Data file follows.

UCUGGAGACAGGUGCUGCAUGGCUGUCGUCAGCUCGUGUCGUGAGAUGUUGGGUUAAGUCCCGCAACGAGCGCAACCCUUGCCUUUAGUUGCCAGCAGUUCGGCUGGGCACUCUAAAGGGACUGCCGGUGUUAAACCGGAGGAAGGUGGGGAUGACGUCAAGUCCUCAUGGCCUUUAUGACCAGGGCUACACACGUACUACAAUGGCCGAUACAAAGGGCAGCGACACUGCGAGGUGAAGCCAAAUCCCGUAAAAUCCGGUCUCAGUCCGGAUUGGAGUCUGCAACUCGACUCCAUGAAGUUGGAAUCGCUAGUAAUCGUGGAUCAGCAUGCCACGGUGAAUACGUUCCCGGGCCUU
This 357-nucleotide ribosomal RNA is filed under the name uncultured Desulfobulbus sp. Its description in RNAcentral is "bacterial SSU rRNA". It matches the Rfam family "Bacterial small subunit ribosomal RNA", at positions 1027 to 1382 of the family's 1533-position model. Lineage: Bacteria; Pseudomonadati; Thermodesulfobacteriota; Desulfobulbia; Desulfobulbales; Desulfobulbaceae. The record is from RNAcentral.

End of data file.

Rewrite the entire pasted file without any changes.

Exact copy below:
UCUGGAGACAGGUGCUGCAUGGCUGUCGUCAGCUCGUGUCGUGAGAUGUUGGGUUAAGUCCCGCAACGAGCGCAACCCUUGCCUUUAGUUGCCAGCAGUUCGGCUGGGCACUCUAAAGGGACUGCCGGUGUUAAACCGGAGGAAGGUGGGGAUGACGUCAAGUCCUCAUGGCCUUUAUGACCAGGGCUACACACGUACUACAAUGGCCGAUACAAAGGGCAGCGACACUGCGAGGUGAAGCCAAAUCCCGUAAAAUCCGGUCUCAGUCCGGAUUGGAGUCUGCAACUCGACUCCAUGAAGUUGGAAUCGCUAGUAAUCGUGGAUCAGCAUGCCACGGUGAAUACGUUCCCGGGCCUU
This 357-nucleotide ribosomal RNA is filed under the name uncultured Desulfobulbus sp. Its description in RNAcentral is "bacterial SSU rRNA". It matches the Rfam family "Bacterial small subunit ribosomal RNA", at positions 1027 to 1382 of the family's 1533-position model. Lineage: Bacteria; Pseudomonadati; Thermodesulfobacteriota; Desulfobulbia; Desulfobulbales; Desulfobulbaceae. The record is from RNAcentral.